FIG. 2 illustrates an alternate view of selected portions of exemplary wireless network 100 that create and maintain a mobile station configuration database and that perform over-the-air (OTA) updates of mobile station configurations according to one embodiment of the present invention. MS 112, BS 101 and MSC 140 are still present, as in FIG. 1. In FIG. 2, wireless network 100 further comprises interworking function (IWF) 150, home location register (HLR) 155, and mobile station configuration server 160. Mobile station configuration server 160 is a system-wide central server that is located remote from the other components of wireless network 100, namely, BS 101, MSC 140, IWF 150 and HLR 155. In order to access data in mobile station configuration server 160, MSC 140 communicates with mobile station configuration server 160 via intranet/Internet 165 (hereafter “Internet 165”). Since data within wireless network 100 may be communicated in one or more of a wide variety of communication protocols, according to the choices made by the wireless service provider, IWF 150 is needed to translate the “native” communication transport protocol that carries application data in wireless network 100 into Internet protocol (IP) based data packets suitable for transmission in Internet 165.

As will be explained below in greater detail, when an unprovisioned mobile station, such as MS 112, accesses wireless network 100 (via BS 101), then BS 101 and/or MSC 140, using the handset data in HLR 155, identifies MS 112 as an unprovisioned handset and performs an over-the-air (OTA) service provisioning of MS 112. Either during the service provisioning or at a subsequent time, mobile station configuration server 160 gathers configuration data from MS 112 and stores it in a configuration record in a database. Thereafter, mobile station configuration server 160 may from time to time transmit mobile station updates to MS 112 to correct software defects or to add new features. Advantageously, HLR 155 only needs to store the minimum amount of data to authenticate MS 112 and to establish a connection to the provisioning server. All of the remaining data needed for the network to determine upgrades information is stored in mobile station configuration server 160.

It should be noted that the scope of the present invention is not limited to wireless networks that use the Internet to link base stations in wireless network 100 with mobile station configuration server 160. In alternate embodiments of the present invention, the Internet may actually be a large intranet having a relatively minimal amount of security that links a group of base stations to mobile station configuration server 160.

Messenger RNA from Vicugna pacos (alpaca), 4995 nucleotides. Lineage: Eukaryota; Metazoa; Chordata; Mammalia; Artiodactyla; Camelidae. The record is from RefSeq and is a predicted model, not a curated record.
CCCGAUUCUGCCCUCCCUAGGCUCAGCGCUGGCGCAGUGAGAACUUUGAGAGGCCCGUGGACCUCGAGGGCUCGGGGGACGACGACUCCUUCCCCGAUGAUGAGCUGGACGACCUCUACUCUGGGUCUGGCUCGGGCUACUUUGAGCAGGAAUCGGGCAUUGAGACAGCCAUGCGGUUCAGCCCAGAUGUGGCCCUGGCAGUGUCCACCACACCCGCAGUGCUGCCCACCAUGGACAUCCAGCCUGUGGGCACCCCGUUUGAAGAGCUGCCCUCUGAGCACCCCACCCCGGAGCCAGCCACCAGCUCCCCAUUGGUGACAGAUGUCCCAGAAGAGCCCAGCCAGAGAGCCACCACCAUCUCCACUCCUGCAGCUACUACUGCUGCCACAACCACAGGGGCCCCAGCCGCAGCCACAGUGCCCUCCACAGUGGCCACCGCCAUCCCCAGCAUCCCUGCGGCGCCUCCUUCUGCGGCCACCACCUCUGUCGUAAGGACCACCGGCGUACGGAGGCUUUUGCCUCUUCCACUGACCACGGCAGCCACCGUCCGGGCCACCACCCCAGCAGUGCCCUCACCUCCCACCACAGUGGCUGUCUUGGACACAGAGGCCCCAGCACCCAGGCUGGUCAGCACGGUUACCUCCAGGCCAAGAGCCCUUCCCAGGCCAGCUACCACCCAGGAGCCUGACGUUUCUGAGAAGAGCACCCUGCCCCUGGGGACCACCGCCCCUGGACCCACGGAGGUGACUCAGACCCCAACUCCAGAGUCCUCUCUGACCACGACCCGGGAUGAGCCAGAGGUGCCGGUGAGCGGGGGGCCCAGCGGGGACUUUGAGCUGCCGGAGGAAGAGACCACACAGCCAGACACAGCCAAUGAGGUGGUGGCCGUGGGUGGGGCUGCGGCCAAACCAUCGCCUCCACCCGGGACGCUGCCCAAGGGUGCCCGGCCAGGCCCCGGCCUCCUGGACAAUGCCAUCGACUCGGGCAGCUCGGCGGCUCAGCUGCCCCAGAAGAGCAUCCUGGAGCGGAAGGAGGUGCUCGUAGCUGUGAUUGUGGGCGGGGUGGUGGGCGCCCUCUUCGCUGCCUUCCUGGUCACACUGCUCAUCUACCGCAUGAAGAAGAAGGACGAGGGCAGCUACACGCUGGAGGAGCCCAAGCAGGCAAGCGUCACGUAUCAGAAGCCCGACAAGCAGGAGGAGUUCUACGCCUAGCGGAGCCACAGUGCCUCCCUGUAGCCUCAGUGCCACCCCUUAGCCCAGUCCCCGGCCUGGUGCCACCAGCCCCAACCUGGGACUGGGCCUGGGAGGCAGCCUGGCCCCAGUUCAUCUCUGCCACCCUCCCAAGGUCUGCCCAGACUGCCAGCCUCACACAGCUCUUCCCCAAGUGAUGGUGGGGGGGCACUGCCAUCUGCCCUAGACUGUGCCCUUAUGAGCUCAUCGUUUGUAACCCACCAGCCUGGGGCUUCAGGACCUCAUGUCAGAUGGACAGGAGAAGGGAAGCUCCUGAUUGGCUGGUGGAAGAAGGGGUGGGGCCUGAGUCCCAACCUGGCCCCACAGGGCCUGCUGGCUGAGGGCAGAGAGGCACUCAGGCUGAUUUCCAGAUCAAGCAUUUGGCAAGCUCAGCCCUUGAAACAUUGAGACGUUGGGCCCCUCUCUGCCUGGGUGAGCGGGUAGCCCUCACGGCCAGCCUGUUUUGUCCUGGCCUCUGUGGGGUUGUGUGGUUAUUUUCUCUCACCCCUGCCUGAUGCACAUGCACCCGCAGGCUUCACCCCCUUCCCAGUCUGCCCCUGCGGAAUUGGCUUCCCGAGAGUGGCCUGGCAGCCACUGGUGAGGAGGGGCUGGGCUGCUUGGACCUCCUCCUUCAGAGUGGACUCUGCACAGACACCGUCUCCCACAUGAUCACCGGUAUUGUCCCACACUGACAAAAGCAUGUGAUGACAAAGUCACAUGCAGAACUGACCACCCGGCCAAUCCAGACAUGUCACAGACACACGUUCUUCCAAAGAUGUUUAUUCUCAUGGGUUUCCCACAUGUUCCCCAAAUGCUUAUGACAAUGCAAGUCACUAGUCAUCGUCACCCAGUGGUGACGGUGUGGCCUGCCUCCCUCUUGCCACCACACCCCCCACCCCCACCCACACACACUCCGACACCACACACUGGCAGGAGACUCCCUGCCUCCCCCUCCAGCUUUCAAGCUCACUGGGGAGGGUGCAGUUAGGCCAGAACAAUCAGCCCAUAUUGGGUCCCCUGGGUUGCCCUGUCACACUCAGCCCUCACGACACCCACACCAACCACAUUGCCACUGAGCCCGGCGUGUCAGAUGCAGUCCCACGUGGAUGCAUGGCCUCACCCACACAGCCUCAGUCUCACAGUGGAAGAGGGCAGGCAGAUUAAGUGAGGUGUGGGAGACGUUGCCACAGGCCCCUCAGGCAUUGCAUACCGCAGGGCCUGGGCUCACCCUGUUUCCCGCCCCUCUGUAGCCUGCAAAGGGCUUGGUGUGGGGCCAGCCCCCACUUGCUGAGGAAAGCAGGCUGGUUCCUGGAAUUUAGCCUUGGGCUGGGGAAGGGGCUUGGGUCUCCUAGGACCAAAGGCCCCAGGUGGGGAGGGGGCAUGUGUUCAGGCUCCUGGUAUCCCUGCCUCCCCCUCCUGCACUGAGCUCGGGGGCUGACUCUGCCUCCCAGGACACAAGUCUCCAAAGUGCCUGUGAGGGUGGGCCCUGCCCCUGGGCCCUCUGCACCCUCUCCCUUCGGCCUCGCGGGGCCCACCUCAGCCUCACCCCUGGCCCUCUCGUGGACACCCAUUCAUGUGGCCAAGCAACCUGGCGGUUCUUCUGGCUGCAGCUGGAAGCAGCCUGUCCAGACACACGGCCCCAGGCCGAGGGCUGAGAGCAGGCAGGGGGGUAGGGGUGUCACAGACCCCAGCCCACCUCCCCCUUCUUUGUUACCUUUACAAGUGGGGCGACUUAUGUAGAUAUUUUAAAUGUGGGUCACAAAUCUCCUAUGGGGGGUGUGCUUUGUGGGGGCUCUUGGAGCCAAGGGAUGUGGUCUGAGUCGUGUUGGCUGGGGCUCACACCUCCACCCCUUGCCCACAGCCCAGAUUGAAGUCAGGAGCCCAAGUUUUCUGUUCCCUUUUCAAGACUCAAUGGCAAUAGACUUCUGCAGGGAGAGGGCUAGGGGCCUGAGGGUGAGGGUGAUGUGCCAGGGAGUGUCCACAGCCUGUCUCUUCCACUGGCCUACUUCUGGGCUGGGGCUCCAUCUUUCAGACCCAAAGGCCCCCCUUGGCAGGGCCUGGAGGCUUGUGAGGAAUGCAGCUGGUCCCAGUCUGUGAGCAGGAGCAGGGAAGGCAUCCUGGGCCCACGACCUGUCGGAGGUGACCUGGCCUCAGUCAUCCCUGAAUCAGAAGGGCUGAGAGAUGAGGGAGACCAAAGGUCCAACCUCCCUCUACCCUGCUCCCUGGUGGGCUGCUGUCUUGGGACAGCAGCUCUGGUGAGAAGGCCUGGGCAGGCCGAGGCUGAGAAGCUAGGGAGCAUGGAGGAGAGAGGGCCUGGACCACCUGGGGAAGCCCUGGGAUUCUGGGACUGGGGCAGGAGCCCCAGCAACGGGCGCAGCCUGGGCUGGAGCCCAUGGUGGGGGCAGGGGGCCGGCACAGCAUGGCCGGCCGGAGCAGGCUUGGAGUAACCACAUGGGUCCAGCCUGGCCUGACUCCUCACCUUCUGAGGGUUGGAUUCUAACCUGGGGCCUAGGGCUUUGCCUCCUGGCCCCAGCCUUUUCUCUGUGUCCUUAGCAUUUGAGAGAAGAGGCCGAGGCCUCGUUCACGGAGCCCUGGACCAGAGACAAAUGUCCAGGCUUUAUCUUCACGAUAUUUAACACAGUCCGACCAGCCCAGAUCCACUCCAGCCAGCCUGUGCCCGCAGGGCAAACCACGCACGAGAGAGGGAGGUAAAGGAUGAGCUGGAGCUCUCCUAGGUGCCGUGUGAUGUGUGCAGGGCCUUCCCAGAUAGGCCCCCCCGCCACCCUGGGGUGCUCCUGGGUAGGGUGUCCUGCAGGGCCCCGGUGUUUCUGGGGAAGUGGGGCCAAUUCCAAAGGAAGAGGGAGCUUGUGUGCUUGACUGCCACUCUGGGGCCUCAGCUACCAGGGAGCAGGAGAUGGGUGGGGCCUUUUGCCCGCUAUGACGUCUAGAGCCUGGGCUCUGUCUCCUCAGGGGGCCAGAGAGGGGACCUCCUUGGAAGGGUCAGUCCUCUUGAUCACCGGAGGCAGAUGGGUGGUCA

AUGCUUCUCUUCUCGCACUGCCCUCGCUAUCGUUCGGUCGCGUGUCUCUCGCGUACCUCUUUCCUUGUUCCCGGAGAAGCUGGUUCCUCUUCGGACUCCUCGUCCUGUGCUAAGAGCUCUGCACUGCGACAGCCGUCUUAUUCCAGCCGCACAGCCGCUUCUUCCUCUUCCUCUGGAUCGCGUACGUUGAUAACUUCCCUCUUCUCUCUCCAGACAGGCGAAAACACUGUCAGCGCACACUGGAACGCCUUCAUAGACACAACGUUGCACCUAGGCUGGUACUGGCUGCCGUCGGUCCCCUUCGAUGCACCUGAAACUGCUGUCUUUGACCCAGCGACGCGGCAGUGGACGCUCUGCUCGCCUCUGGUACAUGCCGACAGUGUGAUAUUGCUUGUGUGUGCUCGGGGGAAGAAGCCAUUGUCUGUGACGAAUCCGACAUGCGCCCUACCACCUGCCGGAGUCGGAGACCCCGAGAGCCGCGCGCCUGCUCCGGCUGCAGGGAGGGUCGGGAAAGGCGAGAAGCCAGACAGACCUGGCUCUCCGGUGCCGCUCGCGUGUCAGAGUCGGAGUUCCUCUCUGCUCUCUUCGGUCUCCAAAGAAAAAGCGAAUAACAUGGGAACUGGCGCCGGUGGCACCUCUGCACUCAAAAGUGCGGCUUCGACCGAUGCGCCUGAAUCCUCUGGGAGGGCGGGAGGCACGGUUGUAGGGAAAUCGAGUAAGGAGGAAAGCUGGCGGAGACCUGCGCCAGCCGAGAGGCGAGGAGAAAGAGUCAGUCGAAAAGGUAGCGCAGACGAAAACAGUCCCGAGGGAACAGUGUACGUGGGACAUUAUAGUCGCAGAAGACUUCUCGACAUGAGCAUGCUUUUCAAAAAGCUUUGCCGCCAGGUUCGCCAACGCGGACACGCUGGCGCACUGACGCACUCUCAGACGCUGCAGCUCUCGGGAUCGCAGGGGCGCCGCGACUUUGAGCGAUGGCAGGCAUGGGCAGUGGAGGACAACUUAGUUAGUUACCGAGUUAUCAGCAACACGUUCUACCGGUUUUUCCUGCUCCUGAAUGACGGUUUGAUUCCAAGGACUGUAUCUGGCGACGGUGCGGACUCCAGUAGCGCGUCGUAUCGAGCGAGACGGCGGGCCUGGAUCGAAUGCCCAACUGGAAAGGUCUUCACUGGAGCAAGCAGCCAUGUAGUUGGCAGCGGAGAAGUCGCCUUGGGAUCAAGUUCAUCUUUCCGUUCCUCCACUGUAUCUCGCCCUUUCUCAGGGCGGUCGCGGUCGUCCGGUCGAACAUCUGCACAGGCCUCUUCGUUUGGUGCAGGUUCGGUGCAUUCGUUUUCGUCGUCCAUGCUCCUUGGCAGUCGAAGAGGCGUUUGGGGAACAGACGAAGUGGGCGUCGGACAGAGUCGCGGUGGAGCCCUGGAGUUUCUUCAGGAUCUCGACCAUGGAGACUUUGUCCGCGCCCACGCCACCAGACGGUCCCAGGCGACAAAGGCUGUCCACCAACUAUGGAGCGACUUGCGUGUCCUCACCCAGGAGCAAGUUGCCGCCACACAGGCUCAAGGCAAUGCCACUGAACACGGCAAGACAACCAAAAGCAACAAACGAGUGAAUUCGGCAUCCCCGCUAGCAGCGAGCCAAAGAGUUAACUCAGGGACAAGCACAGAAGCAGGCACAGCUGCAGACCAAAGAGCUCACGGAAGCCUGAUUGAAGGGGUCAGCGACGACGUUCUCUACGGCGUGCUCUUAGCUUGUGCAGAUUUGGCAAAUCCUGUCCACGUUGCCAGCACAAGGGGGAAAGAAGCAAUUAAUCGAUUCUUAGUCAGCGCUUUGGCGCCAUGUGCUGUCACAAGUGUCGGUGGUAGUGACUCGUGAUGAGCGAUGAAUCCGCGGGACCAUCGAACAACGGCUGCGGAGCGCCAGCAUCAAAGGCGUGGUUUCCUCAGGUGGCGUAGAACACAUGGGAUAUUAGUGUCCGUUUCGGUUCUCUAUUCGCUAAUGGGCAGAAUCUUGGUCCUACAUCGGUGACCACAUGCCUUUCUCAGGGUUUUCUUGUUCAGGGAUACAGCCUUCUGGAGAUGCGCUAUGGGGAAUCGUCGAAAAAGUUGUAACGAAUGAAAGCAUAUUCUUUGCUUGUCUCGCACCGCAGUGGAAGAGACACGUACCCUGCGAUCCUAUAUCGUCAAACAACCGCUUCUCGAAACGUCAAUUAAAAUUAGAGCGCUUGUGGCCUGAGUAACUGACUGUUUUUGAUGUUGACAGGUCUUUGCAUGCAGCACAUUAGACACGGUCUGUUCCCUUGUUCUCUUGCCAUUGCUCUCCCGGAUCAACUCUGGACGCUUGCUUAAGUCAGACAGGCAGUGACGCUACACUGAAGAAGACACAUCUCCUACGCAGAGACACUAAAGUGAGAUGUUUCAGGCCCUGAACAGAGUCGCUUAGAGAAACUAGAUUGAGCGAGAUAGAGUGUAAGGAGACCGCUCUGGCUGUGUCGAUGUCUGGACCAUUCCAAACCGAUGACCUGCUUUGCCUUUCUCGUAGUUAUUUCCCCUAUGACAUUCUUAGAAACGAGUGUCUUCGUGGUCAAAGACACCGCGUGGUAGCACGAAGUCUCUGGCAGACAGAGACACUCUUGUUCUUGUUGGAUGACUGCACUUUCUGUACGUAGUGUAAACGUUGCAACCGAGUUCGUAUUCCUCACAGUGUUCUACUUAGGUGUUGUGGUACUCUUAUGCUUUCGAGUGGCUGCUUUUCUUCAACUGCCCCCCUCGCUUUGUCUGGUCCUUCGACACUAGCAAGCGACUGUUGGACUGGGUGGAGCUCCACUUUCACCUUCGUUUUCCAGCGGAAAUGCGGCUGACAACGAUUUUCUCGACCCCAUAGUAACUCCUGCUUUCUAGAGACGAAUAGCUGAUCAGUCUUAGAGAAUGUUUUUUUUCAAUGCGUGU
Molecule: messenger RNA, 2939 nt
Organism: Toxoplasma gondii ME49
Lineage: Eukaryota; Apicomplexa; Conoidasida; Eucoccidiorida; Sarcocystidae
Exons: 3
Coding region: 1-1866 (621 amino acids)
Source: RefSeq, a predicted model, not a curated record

FIG. 3 illustrates in greater detail exemplary mobile station (MS) configuration server 160 according to one embodiment of the present invention. Mobile station configuration server 160 comprises mobile station (MS) update controller 305, mobile station (MS) configuration database 310, and timer 315. Mobile station (MS) configuration database 310 is a memory storage device that stores update application program 311, subscriber alert messages file 312, update schedule file 313, and mobile station parameters files 320, 330, 340 and 350. Mobile station parameters files 320, 330, 340 and 350 are labeled MS 112 Parameters, MS 111 Parameters, MS 113 Parameters, and MS 114 Parameters, respectively.

Mobile station parameters file 320 stores configuration data associated with mobile station (MS) 112, including manufacturer identification (ID) code 321, hardware revision number 322, software revision number 323, and downloadable upgrade file 324. Downloadable upgrade file 324 stores the most recent manufacturer supplied software for MS 112. Mobile station parameters files 330, 340 and 350 store similar configuration data files for MS 111, MS 113, and MS 114, respectively.